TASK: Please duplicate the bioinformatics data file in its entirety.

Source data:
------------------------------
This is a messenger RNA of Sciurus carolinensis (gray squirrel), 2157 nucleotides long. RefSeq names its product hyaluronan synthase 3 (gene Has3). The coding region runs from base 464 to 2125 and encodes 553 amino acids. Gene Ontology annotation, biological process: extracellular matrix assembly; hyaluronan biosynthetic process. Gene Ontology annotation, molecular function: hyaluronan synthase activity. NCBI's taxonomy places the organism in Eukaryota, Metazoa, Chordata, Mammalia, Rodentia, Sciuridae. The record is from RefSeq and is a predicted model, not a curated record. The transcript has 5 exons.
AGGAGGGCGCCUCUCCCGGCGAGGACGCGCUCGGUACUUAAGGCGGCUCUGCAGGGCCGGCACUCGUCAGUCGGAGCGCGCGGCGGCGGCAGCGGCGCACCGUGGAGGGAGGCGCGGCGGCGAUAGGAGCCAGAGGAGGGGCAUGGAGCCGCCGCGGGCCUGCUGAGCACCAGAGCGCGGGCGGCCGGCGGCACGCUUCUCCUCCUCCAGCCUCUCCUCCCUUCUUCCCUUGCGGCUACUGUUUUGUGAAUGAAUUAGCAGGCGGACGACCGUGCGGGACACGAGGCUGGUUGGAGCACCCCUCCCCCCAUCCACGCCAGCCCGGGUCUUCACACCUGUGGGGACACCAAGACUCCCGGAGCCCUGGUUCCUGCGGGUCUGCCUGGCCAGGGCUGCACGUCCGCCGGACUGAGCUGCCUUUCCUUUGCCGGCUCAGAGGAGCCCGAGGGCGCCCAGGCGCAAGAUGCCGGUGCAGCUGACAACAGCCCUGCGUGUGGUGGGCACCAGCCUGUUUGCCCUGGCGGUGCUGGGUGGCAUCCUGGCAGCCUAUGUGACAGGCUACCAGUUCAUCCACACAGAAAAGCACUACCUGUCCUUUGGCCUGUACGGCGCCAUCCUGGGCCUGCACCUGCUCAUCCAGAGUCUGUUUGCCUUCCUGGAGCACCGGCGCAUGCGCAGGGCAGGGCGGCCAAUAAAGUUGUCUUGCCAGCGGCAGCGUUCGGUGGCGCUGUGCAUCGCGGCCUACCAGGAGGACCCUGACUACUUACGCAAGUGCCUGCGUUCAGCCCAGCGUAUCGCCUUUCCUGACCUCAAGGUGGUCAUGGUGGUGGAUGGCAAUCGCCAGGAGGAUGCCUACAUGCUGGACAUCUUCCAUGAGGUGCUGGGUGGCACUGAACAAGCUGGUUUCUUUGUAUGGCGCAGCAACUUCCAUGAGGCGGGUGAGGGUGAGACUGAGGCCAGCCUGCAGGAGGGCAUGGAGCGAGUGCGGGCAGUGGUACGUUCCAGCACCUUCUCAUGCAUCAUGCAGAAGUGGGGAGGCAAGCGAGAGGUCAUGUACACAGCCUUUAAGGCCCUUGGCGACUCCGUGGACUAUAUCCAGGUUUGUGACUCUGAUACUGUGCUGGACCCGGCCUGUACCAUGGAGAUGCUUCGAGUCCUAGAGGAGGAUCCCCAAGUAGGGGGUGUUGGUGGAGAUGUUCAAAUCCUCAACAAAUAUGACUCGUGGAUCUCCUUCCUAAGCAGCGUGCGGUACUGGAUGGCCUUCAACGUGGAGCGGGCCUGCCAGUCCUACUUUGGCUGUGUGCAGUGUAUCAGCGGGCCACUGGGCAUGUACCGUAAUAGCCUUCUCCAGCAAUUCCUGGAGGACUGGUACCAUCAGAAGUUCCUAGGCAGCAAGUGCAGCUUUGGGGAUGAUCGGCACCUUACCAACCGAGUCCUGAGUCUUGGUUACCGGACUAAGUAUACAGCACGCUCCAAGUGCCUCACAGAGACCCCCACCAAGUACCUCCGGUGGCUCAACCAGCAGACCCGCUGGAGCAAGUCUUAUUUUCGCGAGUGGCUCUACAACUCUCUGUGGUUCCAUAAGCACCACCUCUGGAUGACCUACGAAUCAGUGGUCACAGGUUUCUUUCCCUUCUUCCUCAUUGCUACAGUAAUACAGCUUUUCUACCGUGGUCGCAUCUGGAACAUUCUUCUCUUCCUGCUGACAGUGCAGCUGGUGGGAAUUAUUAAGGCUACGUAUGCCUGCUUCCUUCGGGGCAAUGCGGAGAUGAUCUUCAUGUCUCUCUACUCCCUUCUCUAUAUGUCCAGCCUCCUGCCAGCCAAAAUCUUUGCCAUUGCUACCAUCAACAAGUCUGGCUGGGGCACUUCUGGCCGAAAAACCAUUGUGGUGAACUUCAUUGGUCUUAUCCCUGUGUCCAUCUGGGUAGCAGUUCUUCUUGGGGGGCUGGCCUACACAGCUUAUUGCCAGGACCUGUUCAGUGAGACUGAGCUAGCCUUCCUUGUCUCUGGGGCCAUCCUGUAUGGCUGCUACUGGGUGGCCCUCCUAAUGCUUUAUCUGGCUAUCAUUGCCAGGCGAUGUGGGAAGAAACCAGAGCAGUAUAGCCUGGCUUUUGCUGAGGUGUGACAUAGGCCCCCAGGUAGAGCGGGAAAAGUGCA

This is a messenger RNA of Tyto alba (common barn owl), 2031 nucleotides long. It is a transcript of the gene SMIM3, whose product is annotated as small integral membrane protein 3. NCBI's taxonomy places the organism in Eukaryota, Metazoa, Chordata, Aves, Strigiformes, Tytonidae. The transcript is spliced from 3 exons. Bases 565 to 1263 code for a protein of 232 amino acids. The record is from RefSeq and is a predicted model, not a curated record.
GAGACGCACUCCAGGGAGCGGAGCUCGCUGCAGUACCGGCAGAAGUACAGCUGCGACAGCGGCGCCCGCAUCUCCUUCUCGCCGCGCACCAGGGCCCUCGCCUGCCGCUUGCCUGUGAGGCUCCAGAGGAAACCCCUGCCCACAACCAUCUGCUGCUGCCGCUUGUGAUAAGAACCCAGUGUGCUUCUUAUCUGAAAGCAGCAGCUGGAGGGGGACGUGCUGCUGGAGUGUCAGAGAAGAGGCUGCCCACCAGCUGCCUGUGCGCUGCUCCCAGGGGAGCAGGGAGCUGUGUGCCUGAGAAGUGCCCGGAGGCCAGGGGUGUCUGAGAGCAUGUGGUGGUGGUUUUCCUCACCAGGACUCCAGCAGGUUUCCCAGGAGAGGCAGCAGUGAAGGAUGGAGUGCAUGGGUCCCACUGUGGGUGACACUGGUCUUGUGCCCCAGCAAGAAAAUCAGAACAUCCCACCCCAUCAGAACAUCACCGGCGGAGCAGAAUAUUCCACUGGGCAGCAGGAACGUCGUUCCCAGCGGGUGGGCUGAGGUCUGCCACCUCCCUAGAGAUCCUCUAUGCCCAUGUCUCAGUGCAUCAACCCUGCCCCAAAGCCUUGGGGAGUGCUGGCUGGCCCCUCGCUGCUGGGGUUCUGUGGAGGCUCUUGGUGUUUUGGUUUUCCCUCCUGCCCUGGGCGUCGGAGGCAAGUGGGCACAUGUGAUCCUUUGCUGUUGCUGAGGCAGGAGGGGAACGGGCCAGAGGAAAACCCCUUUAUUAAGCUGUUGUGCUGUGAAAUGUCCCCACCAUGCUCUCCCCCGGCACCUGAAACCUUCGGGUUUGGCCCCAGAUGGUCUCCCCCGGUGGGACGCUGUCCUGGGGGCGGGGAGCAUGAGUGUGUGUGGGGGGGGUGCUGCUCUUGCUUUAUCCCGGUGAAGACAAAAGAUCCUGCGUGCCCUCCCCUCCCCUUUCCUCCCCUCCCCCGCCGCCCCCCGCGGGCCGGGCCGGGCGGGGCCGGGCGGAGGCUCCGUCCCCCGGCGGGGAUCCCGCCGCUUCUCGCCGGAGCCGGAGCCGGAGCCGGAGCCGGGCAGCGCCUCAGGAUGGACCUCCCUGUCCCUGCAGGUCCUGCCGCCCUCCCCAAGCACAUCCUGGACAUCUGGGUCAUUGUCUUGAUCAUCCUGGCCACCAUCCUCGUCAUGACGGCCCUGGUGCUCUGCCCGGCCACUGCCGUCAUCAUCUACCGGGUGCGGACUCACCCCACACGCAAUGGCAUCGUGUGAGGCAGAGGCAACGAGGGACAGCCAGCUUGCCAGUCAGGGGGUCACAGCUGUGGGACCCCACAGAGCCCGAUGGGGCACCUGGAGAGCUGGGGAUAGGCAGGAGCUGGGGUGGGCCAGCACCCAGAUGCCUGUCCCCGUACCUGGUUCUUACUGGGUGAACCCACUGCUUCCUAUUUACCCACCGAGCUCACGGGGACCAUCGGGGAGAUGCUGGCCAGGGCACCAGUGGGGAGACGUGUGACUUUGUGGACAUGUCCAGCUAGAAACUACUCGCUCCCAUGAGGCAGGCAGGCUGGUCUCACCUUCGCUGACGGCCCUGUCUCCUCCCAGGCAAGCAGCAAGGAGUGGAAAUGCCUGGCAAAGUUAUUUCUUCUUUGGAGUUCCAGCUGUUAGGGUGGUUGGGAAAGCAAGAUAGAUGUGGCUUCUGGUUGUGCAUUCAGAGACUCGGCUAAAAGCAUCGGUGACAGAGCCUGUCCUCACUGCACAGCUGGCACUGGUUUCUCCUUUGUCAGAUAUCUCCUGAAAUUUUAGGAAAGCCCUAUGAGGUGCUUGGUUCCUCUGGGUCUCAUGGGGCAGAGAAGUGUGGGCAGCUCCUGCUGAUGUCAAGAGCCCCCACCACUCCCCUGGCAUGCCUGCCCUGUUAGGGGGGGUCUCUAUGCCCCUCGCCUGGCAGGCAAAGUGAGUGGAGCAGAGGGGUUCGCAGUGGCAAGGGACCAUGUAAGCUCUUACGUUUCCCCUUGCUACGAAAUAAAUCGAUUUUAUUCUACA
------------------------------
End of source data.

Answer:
This is a messenger RNA of Sciurus carolinensis (gray squirrel), 2157 nucleotides long. RefSeq names its product hyaluronan synthase 3 (gene Has3). The coding region runs from base 464 to 2125 and encodes 553 amino acids. Gene Ontology annotation, biological process: extracellular matrix assembly; hyaluronan biosynthetic process. Gene Ontology annotation, molecular function: hyaluronan synthase activity. NCBI's taxonomy places the organism in Eukaryota, Metazoa, Chordata, Mammalia, Rodentia, Sciuridae. The record is from RefSeq and is a predicted model, not a curated record. The transcript has 5 exons.
AGGAGGGCGCCUCUCCCGGCGAGGACGCGCUCGGUACUUAAGGCGGCUCUGCAGGGCCGGCACUCGUCAGUCGGAGCGCGCGGCGGCGGCAGCGGCGCACCGUGGAGGGAGGCGCGGCGGCGAUAGGAGCCAGAGGAGGGGCAUGGAGCCGCCGCGGGCCUGCUGAGCACCAGAGCGCGGGCGGCCGGCGGCACGCUUCUCCUCCUCCAGCCUCUCCUCCCUUCUUCCCUUGCGGCUACUGUUUUGUGAAUGAAUUAGCAGGCGGACGACCGUGCGGGACACGAGGCUGGUUGGAGCACCCCUCCCCCCAUCCACGCCAGCCCGGGUCUUCACACCUGUGGGGACACCAAGACUCCCGGAGCCCUGGUUCCUGCGGGUCUGCCUGGCCAGGGCUGCACGUCCGCCGGACUGAGCUGCCUUUCCUUUGCCGGCUCAGAGGAGCCCGAGGGCGCCCAGGCGCAAGAUGCCGGUGCAGCUGACAACAGCCCUGCGUGUGGUGGGCACCAGCCUGUUUGCCCUGGCGGUGCUGGGUGGCAUCCUGGCAGCCUAUGUGACAGGCUACCAGUUCAUCCACACAGAAAAGCACUACCUGUCCUUUGGCCUGUACGGCGCCAUCCUGGGCCUGCACCUGCUCAUCCAGAGUCUGUUUGCCUUCCUGGAGCACCGGCGCAUGCGCAGGGCAGGGCGGCCAAUAAAGUUGUCUUGCCAGCGGCAGCGUUCGGUGGCGCUGUGCAUCGCGGCCUACCAGGAGGACCCUGACUACUUACGCAAGUGCCUGCGUUCAGCCCAGCGUAUCGCCUUUCCUGACCUCAAGGUGGUCAUGGUGGUGGAUGGCAAUCGCCAGGAGGAUGCCUACAUGCUGGACAUCUUCCAUGAGGUGCUGGGUGGCACUGAACAAGCUGGUUUCUUUGUAUGGCGCAGCAACUUCCAUGAGGCGGGUGAGGGUGAGACUGAGGCCAGCCUGCAGGAGGGCAUGGAGCGAGUGCGGGCAGUGGUACGUUCCAGCACCUUCUCAUGCAUCAUGCAGAAGUGGGGAGGCAAGCGAGAGGUCAUGUACACAGCCUUUAAGGCCCUUGGCGACUCCGUGGACUAUAUCCAGGUUUGUGACUCUGAUACUGUGCUGGACCCGGCCUGUACCAUGGAGAUGCUUCGAGUCCUAGAGGAGGAUCCCCAAGUAGGGGGUGUUGGUGGAGAUGUUCAAAUCCUCAACAAAUAUGACUCGUGGAUCUCCUUCCUAAGCAGCGUGCGGUACUGGAUGGCCUUCAACGUGGAGCGGGCCUGCCAGUCCUACUUUGGCUGUGUGCAGUGUAUCAGCGGGCCACUGGGCAUGUACCGUAAUAGCCUUCUCCAGCAAUUCCUGGAGGACUGGUACCAUCAGAAGUUCCUAGGCAGCAAGUGCAGCUUUGGGGAUGAUCGGCACCUUACCAACCGAGUCCUGAGUCUUGGUUACCGGACUAAGUAUACAGCACGCUCCAAGUGCCUCACAGAGACCCCCACCAAGUACCUCCGGUGGCUCAACCAGCAGACCCGCUGGAGCAAGUCUUAUUUUCGCGAGUGGCUCUACAACUCUCUGUGGUUCCAUAAGCACCACCUCUGGAUGACCUACGAAUCAGUGGUCACAGGUUUCUUUCCCUUCUUCCUCAUUGCUACAGUAAUACAGCUUUUCUACCGUGGUCGCAUCUGGAACAUUCUUCUCUUCCUGCUGACAGUGCAGCUGGUGGGAAUUAUUAAGGCUACGUAUGCCUGCUUCCUUCGGGGCAAUGCGGAGAUGAUCUUCAUGUCUCUCUACUCCCUUCUCUAUAUGUCCAGCCUCCUGCCAGCCAAAAUCUUUGCCAUUGCUACCAUCAACAAGUCUGGCUGGGGCACUUCUGGCCGAAAAACCAUUGUGGUGAACUUCAUUGGUCUUAUCCCUGUGUCCAUCUGGGUAGCAGUUCUUCUUGGGGGGCUGGCCUACACAGCUUAUUGCCAGGACCUGUUCAGUGAGACUGAGCUAGCCUUCCUUGUCUCUGGGGCCAUCCUGUAUGGCUGCUACUGGGUGGCCCUCCUAAUGCUUUAUCUGGCUAUCAUUGCCAGGCGAUGUGGGAAGAAACCAGAGCAGUAUAGCCUGGCUUUUGCUGAGGUGUGACAUAGGCCCCCAGGUAGAGCGGGAAAAGUGCA

This is a messenger RNA of Tyto alba (common barn owl), 2031 nucleotides long. It is a transcript of the gene SMIM3, whose product is annotated as small integral membrane protein 3. NCBI's taxonomy places the organism in Eukaryota, Metazoa, Chordata, Aves, Strigiformes, Tytonidae. The transcript is spliced from 3 exons. Bases 565 to 1263 code for a protein of 232 amino acids. The record is from RefSeq and is a predicted model, not a curated record.
GAGACGCACUCCAGGGAGCGGAGCUCGCUGCAGUACCGGCAGAAGUACAGCUGCGACAGCGGCGCCCGCAUCUCCUUCUCGCCGCGCACCAGGGCCCUCGCCUGCCGCUUGCCUGUGAGGCUCCAGAGGAAACCCCUGCCCACAACCAUCUGCUGCUGCCGCUUGUGAUAAGAACCCAGUGUGCUUCUUAUCUGAAAGCAGCAGCUGGAGGGGGACGUGCUGCUGGAGUGUCAGAGAAGAGGCUGCCCACCAGCUGCCUGUGCGCUGCUCCCAGGGGAGCAGGGAGCUGUGUGCCUGAGAAGUGCCCGGAGGCCAGGGGUGUCUGAGAGCAUGUGGUGGUGGUUUUCCUCACCAGGACUCCAGCAGGUUUCCCAGGAGAGGCAGCAGUGAAGGAUGGAGUGCAUGGGUCCCACUGUGGGUGACACUGGUCUUGUGCCCCAGCAAGAAAAUCAGAACAUCCCACCCCAUCAGAACAUCACCGGCGGAGCAGAAUAUUCCACUGGGCAGCAGGAACGUCGUUCCCAGCGGGUGGGCUGAGGUCUGCCACCUCCCUAGAGAUCCUCUAUGCCCAUGUCUCAGUGCAUCAACCCUGCCCCAAAGCCUUGGGGAGUGCUGGCUGGCCCCUCGCUGCUGGGGUUCUGUGGAGGCUCUUGGUGUUUUGGUUUUCCCUCCUGCCCUGGGCGUCGGAGGCAAGUGGGCACAUGUGAUCCUUUGCUGUUGCUGAGGCAGGAGGGGAACGGGCCAGAGGAAAACCCCUUUAUUAAGCUGUUGUGCUGUGAAAUGUCCCCACCAUGCUCUCCCCCGGCACCUGAAACCUUCGGGUUUGGCCCCAGAUGGUCUCCCCCGGUGGGACGCUGUCCUGGGGGCGGGGAGCAUGAGUGUGUGUGGGGGGGGUGCUGCUCUUGCUUUAUCCCGGUGAAGACAAAAGAUCCUGCGUGCCCUCCCCUCCCCUUUCCUCCCCUCCCCCGCCGCCCCCCGCGGGCCGGGCCGGGCGGGGCCGGGCGGAGGCUCCGUCCCCCGGCGGGGAUCCCGCCGCUUCUCGCCGGAGCCGGAGCCGGAGCCGGAGCCGGGCAGCGCCUCAGGAUGGACCUCCCUGUCCCUGCAGGUCCUGCCGCCCUCCCCAAGCACAUCCUGGACAUCUGGGUCAUUGUCUUGAUCAUCCUGGCCACCAUCCUCGUCAUGACGGCCCUGGUGCUCUGCCCGGCCACUGCCGUCAUCAUCUACCGGGUGCGGACUCACCCCACACGCAAUGGCAUCGUGUGAGGCAGAGGCAACGAGGGACAGCCAGCUUGCCAGUCAGGGGGUCACAGCUGUGGGACCCCACAGAGCCCGAUGGGGCACCUGGAGAGCUGGGGAUAGGCAGGAGCUGGGGUGGGCCAGCACCCAGAUGCCUGUCCCCGUACCUGGUUCUUACUGGGUGAACCCACUGCUUCCUAUUUACCCACCGAGCUCACGGGGACCAUCGGGGAGAUGCUGGCCAGGGCACCAGUGGGGAGACGUGUGACUUUGUGGACAUGUCCAGCUAGAAACUACUCGCUCCCAUGAGGCAGGCAGGCUGGUCUCACCUUCGCUGACGGCCCUGUCUCCUCCCAGGCAAGCAGCAAGGAGUGGAAAUGCCUGGCAAAGUUAUUUCUUCUUUGGAGUUCCAGCUGUUAGGGUGGUUGGGAAAGCAAGAUAGAUGUGGCUUCUGGUUGUGCAUUCAGAGACUCGGCUAAAAGCAUCGGUGACAGAGCCUGUCCUCACUGCACAGCUGGCACUGGUUUCUCCUUUGUCAGAUAUCUCCUGAAAUUUUAGGAAAGCCCUAUGAGGUGCUUGGUUCCUCUGGGUCUCAUGGGGCAGAGAAGUGUGGGCAGCUCCUGCUGAUGUCAAGAGCCCCCACCACUCCCCUGGCAUGCCUGCCCUGUUAGGGGGGGUCUCUAUGCCCCUCGCCUGGCAGGCAAAGUGAGUGGAGCAGAGGGGUUCGCAGUGGCAAGGGACCAUGUAAGCUCUUACGUUUCCCCUUGCUACGAAAUAAAUCGAUUUUAUUCUACA